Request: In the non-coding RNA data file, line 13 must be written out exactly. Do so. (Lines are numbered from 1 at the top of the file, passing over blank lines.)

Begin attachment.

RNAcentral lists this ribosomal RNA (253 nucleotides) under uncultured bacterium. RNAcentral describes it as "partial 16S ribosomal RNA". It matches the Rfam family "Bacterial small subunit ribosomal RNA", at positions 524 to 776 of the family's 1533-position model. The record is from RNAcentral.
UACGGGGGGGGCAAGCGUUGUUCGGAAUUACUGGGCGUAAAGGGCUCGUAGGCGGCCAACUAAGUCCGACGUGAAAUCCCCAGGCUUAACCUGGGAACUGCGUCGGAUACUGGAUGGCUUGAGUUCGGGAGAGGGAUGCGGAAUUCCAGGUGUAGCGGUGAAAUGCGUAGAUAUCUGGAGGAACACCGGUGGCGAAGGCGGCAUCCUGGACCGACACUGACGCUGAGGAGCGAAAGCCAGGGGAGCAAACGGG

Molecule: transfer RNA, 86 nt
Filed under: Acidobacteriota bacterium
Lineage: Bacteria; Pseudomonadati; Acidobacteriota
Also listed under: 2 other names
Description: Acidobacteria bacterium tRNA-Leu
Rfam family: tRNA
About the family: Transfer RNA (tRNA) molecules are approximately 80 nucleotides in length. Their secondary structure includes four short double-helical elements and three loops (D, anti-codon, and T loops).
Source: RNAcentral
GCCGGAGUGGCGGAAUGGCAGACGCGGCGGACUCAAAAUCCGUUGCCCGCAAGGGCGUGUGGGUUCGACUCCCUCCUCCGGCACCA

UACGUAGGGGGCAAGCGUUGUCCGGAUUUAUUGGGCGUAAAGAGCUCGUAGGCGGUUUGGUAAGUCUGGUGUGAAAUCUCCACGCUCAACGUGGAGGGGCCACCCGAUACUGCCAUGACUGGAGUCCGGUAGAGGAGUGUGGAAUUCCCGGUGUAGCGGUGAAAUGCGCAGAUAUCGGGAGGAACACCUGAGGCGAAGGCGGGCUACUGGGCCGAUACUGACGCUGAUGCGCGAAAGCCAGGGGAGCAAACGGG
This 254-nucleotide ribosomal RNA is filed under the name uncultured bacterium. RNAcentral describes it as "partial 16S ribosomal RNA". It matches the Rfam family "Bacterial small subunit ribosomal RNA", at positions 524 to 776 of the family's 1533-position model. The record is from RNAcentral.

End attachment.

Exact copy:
This 254-nucleotide ribosomal RNA is filed under the name uncultured bacterium. RNAcentral describes it as "partial 16S ribosomal RNA". It matches the Rfam family "Bacterial small subunit ribosomal RNA", at positions 524 to 776 of the family's 1533-position model. The record is from RNAcentral.